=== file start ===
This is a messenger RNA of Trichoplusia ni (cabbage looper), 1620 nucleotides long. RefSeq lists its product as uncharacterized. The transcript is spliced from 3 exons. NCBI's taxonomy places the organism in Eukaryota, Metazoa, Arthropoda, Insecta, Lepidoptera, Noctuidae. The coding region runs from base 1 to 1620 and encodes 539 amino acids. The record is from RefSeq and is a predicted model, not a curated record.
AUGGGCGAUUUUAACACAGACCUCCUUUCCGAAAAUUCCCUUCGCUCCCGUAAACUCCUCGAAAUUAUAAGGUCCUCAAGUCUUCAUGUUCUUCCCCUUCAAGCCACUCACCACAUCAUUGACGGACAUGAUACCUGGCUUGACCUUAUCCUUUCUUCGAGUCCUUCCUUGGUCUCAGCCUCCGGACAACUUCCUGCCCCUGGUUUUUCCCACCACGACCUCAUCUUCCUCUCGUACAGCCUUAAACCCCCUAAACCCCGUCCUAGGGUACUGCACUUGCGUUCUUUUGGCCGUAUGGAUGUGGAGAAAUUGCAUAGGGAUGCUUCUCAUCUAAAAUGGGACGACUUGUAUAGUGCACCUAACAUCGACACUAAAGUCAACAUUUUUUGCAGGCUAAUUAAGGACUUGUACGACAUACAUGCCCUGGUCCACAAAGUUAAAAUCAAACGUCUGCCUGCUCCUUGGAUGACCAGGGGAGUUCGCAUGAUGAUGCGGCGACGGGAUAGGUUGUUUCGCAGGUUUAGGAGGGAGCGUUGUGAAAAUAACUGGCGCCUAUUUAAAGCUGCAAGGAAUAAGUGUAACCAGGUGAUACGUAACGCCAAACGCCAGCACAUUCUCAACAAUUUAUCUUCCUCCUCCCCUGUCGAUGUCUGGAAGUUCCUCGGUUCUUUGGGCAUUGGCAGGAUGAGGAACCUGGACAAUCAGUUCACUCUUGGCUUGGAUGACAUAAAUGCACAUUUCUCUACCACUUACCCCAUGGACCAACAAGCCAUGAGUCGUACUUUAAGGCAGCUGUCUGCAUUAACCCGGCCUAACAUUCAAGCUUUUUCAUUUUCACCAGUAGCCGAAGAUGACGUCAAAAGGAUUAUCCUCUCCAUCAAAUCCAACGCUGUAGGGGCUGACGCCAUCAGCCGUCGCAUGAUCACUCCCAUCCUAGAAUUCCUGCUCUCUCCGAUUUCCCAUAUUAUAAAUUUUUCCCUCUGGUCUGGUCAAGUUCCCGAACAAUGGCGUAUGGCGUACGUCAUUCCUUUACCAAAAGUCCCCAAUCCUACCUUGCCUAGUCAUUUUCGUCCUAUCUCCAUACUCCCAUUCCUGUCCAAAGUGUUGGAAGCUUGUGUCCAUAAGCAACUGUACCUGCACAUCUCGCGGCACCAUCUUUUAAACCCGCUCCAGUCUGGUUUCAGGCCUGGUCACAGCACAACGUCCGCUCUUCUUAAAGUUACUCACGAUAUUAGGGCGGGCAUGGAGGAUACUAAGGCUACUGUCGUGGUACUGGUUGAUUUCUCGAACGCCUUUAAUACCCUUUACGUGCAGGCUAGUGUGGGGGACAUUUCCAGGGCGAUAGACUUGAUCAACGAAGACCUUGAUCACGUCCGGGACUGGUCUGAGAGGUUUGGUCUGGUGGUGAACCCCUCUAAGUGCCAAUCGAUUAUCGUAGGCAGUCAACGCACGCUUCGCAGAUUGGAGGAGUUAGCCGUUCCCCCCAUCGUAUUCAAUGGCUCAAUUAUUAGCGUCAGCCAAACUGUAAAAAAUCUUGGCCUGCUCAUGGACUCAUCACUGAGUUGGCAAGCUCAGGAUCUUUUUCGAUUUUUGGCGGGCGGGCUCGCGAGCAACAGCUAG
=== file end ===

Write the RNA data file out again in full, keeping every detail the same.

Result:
This is a messenger RNA of Trichoplusia ni (cabbage looper), 1620 nucleotides long. RefSeq lists its product as uncharacterized. The transcript is spliced from 3 exons. NCBI's taxonomy places the organism in Eukaryota, Metazoa, Arthropoda, Insecta, Lepidoptera, Noctuidae. The coding region runs from base 1 to 1620 and encodes 539 amino acids. The record is from RefSeq and is a predicted model, not a curated record.
AUGGGCGAUUUUAACACAGACCUCCUUUCCGAAAAUUCCCUUCGCUCCCGUAAACUCCUCGAAAUUAUAAGGUCCUCAAGUCUUCAUGUUCUUCCCCUUCAAGCCACUCACCACAUCAUUGACGGACAUGAUACCUGGCUUGACCUUAUCCUUUCUUCGAGUCCUUCCUUGGUCUCAGCCUCCGGACAACUUCCUGCCCCUGGUUUUUCCCACCACGACCUCAUCUUCCUCUCGUACAGCCUUAAACCCCCUAAACCCCGUCCUAGGGUACUGCACUUGCGUUCUUUUGGCCGUAUGGAUGUGGAGAAAUUGCAUAGGGAUGCUUCUCAUCUAAAAUGGGACGACUUGUAUAGUGCACCUAACAUCGACACUAAAGUCAACAUUUUUUGCAGGCUAAUUAAGGACUUGUACGACAUACAUGCCCUGGUCCACAAAGUUAAAAUCAAACGUCUGCCUGCUCCUUGGAUGACCAGGGGAGUUCGCAUGAUGAUGCGGCGACGGGAUAGGUUGUUUCGCAGGUUUAGGAGGGAGCGUUGUGAAAAUAACUGGCGCCUAUUUAAAGCUGCAAGGAAUAAGUGUAACCAGGUGAUACGUAACGCCAAACGCCAGCACAUUCUCAACAAUUUAUCUUCCUCCUCCCCUGUCGAUGUCUGGAAGUUCCUCGGUUCUUUGGGCAUUGGCAGGAUGAGGAACCUGGACAAUCAGUUCACUCUUGGCUUGGAUGACAUAAAUGCACAUUUCUCUACCACUUACCCCAUGGACCAACAAGCCAUGAGUCGUACUUUAAGGCAGCUGUCUGCAUUAACCCGGCCUAACAUUCAAGCUUUUUCAUUUUCACCAGUAGCCGAAGAUGACGUCAAAAGGAUUAUCCUCUCCAUCAAAUCCAACGCUGUAGGGGCUGACGCCAUCAGCCGUCGCAUGAUCACUCCCAUCCUAGAAUUCCUGCUCUCUCCGAUUUCCCAUAUUAUAAAUUUUUCCCUCUGGUCUGGUCAAGUUCCCGAACAAUGGCGUAUGGCGUACGUCAUUCCUUUACCAAAAGUCCCCAAUCCUACCUUGCCUAGUCAUUUUCGUCCUAUCUCCAUACUCCCAUUCCUGUCCAAAGUGUUGGAAGCUUGUGUCCAUAAGCAACUGUACCUGCACAUCUCGCGGCACCAUCUUUUAAACCCGCUCCAGUCUGGUUUCAGGCCUGGUCACAGCACAACGUCCGCUCUUCUUAAAGUUACUCACGAUAUUAGGGCGGGCAUGGAGGAUACUAAGGCUACUGUCGUGGUACUGGUUGAUUUCUCGAACGCCUUUAAUACCCUUUACGUGCAGGCUAGUGUGGGGGACAUUUCCAGGGCGAUAGACUUGAUCAACGAAGACCUUGAUCACGUCCGGGACUGGUCUGAGAGGUUUGGUCUGGUGGUGAACCCCUCUAAGUGCCAAUCGAUUAUCGUAGGCAGUCAACGCACGCUUCGCAGAUUGGAGGAGUUAGCCGUUCCCCCCAUCGUAUUCAAUGGCUCAAUUAUUAGCGUCAGCCAAACUGUAAAAAAUCUUGGCCUGCUCAUGGACUCAUCACUGAGUUGGCAAGCUCAGGAUCUUUUUCGAUUUUUGGCGGGCGGGCUCGCGAGCAACAGCUAG